A new study published in Epilepsia found that although most newly diagnosed cases of epilepsy in older adults are treated appropriately with monotherapy, only half of those patients receive treatment within the recommended time frame, and a substantial portion were prescribed older antiepileptic drugs (AEDs) despite recommendations to use newer AEDs in this population.

Investigators from the University of Birmingham in Alabama and Emory University in Atlanta, Georgia, conducted a retrospective analysis of Medicare claims filed in 2009 to assemble a cohort of 3706 probable cases of epilepsy in 3 age categories: 67 to 74 years (34.9%), 75 to 84 years (37.3%), and 85 years and older (27.8%). The majority of patients were female (64.9%) and from the south (49.2%). The original random 5% sample of the Medicare database was racially enhanced (61.2% African American, 18.0% white, 12.3% Hispanic, 6.6% Asian, and 2.0% American Indian/Alaskan Native) to evaluate treatment patterns across minority groups.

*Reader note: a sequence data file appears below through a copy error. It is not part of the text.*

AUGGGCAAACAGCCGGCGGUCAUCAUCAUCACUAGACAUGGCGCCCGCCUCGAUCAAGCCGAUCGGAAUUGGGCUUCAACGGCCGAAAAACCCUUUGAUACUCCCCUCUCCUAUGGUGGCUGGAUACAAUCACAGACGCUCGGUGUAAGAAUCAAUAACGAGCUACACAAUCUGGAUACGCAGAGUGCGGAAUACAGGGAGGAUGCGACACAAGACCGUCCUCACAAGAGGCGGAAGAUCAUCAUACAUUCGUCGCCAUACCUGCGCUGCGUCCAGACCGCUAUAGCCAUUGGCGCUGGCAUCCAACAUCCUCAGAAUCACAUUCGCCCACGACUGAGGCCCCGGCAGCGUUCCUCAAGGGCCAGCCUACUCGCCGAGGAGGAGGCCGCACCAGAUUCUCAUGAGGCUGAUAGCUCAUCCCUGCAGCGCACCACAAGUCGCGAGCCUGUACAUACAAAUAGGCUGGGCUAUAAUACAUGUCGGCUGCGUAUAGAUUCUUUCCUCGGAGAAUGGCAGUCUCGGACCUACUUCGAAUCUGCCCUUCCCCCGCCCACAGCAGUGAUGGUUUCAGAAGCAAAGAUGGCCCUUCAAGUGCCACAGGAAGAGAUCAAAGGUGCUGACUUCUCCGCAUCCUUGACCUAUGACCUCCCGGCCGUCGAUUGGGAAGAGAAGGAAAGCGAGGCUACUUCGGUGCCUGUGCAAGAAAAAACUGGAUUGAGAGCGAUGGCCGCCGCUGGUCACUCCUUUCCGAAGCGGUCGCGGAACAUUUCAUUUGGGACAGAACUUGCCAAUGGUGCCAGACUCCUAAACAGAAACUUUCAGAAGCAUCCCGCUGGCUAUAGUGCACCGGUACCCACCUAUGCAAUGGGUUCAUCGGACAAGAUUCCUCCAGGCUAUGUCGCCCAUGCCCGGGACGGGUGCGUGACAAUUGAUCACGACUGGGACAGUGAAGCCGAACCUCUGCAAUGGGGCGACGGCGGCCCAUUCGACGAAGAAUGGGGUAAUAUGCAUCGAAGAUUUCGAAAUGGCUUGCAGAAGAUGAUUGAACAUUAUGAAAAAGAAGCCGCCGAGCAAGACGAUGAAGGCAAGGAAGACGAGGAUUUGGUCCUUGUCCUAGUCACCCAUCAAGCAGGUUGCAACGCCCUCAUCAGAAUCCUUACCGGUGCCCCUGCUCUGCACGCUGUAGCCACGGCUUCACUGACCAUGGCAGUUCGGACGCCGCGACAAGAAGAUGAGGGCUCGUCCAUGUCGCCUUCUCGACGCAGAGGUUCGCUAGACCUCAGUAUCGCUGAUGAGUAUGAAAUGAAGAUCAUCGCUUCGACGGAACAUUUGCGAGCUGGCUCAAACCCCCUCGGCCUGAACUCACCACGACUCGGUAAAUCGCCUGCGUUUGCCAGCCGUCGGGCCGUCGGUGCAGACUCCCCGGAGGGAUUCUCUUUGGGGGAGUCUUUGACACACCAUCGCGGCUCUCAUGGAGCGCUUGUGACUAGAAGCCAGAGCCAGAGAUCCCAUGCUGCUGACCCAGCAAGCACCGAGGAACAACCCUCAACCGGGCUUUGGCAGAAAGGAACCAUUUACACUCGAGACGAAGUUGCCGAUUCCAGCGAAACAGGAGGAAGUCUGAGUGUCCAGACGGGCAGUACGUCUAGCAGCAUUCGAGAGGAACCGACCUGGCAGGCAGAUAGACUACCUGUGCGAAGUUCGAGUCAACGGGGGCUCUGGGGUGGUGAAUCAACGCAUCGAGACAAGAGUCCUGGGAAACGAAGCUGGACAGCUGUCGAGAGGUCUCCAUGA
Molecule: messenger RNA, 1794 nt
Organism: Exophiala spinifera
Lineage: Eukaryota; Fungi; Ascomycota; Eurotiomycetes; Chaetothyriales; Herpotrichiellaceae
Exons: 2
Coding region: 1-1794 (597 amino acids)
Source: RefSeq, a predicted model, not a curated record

The vast majority of the Medicare sample (95%) was given monotherapy in accordance with Quality Indicators for Epilepsy Treatment 6 (QUIET 6) recommendations.2 Divergence from recommendations occurred, however, in the choice of first-line therapy. Although levetiracetam was appropriately chosen for initial monotherapy in 45.5% of the cohort, older, less desirable agents such as phenytoin, divalproex, and carbamazepine were prescribed for 30.6%, 9.5%, and 2.4% of patients, respectively. Gabapentin, which was recommended in previous studies3,4 for older patients because of a more favorable adverse effect profile and reduced interactions with other drugs, was only prescribed to 6.1% of the total Medicare cohort.

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